Published On: Mon, Mar 16th, 2015

What next?

Jacob Gelt DekkerThe big question on everyone’s mind is, what will fill the void that was left behind after the collapse of socialism? Will the world witness a new central theme of religion or politics that will ruthlessly marginalize all others to the fringes?

After the revolutions of 1989, the communist imperium of the USSR officially collapsed in 1991. The People’s Republic of China changed course to unbridled capitalism with “money making is beautiful.” The hard fought bloody battlefields of Vietnam, Laos and Cambodia have now become the sweatshops for unabated Chinese capitalism. A few communist pockets remain in the world, like Cuba and North Korea and they became amongst the poorest countries in the world. Hugo Chavez’s switch to socialism/communism in 2000 after the global collapse was a bizarre anachronistic turn of events. It took his junta only 20 years to bankrupt the once wealthiest country of South America.

In many ways, socialism was a secular execution of Pauline Christianity under the banner of “I am my brother’s keeper.” Surprisingly, socialism also appealed to agrarian Asians through reformist Chinese student guest-workers (Mao, Deng etc.) visiting French automobile factories. Even more surprising was the Arab Socialist Ba'ath Party development in the leftovers of the Ottoman Empire, as off 1920. Arabs embraced socialism with local leaders like Egypt’s Nassar, Libya’s Gadhafi, Iraq’s Hussein, Syria’s Assad, Iran’s Khomeini etc. Turkey’s Ataturk stood out as the great leader of pan-Arabian secularism, general education and anti-religious development.

A swing back to religious Islamic reactionism seems one way to fill the void after socialism in parts of Africa, Asia and the Middle East, though it led to widespread bitter and bloody feuds and civil wars. Symbol politics by ISIS with loud trumpeting of unfathomable cruelties and atrocities against humanity seem to make dramatic in routes in the global media and the otherwise closed, traditional Islamic communities.

In a very similar, but much more quiet way, a new Christian Protestant reformation took place in the world after aggressive proselytization by Evangelicals around the world. Mormon, LDS, and Seventh-Day Adventists etc. pop up everywhere. Not all these groups are peaceful though. Atrocities by the LRA, Lords Resistance Army of Joseph Kony are extremely well documented and may add up to as many as two million casualties. Note: The Lord's Resistance Army (LRA), also known as the Lord's Resistance Movement, is a Christian extremist religious movement, which operates, in northern Uganda and South Sudan. Originally known as the United Holy Salvation Army and Uganda Christian Army/Movement, its stated goals include ruling Uganda and South Sudan according to the Ten Commandments. Supposedly, today there are more than 300 million of these new Protestants in the world (see Pew Forum), a group to be reckoned with.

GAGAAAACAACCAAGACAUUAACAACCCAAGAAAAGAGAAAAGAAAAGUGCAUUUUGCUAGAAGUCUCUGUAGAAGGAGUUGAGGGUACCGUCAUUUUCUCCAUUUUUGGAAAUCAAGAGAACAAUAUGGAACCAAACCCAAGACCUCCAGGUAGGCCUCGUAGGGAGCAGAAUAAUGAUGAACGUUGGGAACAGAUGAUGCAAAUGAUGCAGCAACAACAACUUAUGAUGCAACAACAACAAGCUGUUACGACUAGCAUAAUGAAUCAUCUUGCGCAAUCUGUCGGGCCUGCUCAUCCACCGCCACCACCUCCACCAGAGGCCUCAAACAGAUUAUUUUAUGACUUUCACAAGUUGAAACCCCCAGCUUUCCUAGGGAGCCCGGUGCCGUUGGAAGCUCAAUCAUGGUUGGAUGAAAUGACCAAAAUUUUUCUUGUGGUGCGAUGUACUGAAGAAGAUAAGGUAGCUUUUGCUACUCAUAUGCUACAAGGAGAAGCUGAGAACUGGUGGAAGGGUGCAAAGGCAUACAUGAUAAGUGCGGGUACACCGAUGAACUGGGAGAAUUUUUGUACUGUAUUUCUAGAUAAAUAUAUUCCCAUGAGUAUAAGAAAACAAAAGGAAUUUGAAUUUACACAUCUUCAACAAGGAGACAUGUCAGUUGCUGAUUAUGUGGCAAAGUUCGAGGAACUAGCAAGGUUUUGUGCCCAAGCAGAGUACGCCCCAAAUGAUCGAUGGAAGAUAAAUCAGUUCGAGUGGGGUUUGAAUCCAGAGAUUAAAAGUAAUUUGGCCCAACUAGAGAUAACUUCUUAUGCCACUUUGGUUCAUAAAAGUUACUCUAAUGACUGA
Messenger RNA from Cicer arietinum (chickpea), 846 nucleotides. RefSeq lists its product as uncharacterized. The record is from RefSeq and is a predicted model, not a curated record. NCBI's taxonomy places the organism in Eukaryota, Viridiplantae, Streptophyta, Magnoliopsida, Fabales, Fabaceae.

Islamic fundamentalism and Evangelicals defy reason and logic and many seem to despise the fruits of Western European Enlightenment. Their emotional simplification of reality, ethics and divinity may look from enlightened perspective delusional, but still it does appeal to the gullible millions of seekers. If these new faithful will be able to manage a sophisticated and complex western economy, is to be seen, but appears very unlikely. Many of these groups seem even anti-intellectual, although they still manage to maintain some levels of industrial sophistication in warfare and industry. In history, reactionary movements, with strong romanticized longings for idealist golden ages of the past, never lasted very long.

What may come out of the percolating brew of upset in today’s world could be a remarkable and totally new side product. Being able to communicate without borders and have access to mass migration, short and long term, could make the need for one central philosophy totally redundant. A bit of mutual respect and acceptance could fill the void more than anything else.

By Jacob Gelt Dekker, opinion columnist for Curaçao Chronicle.

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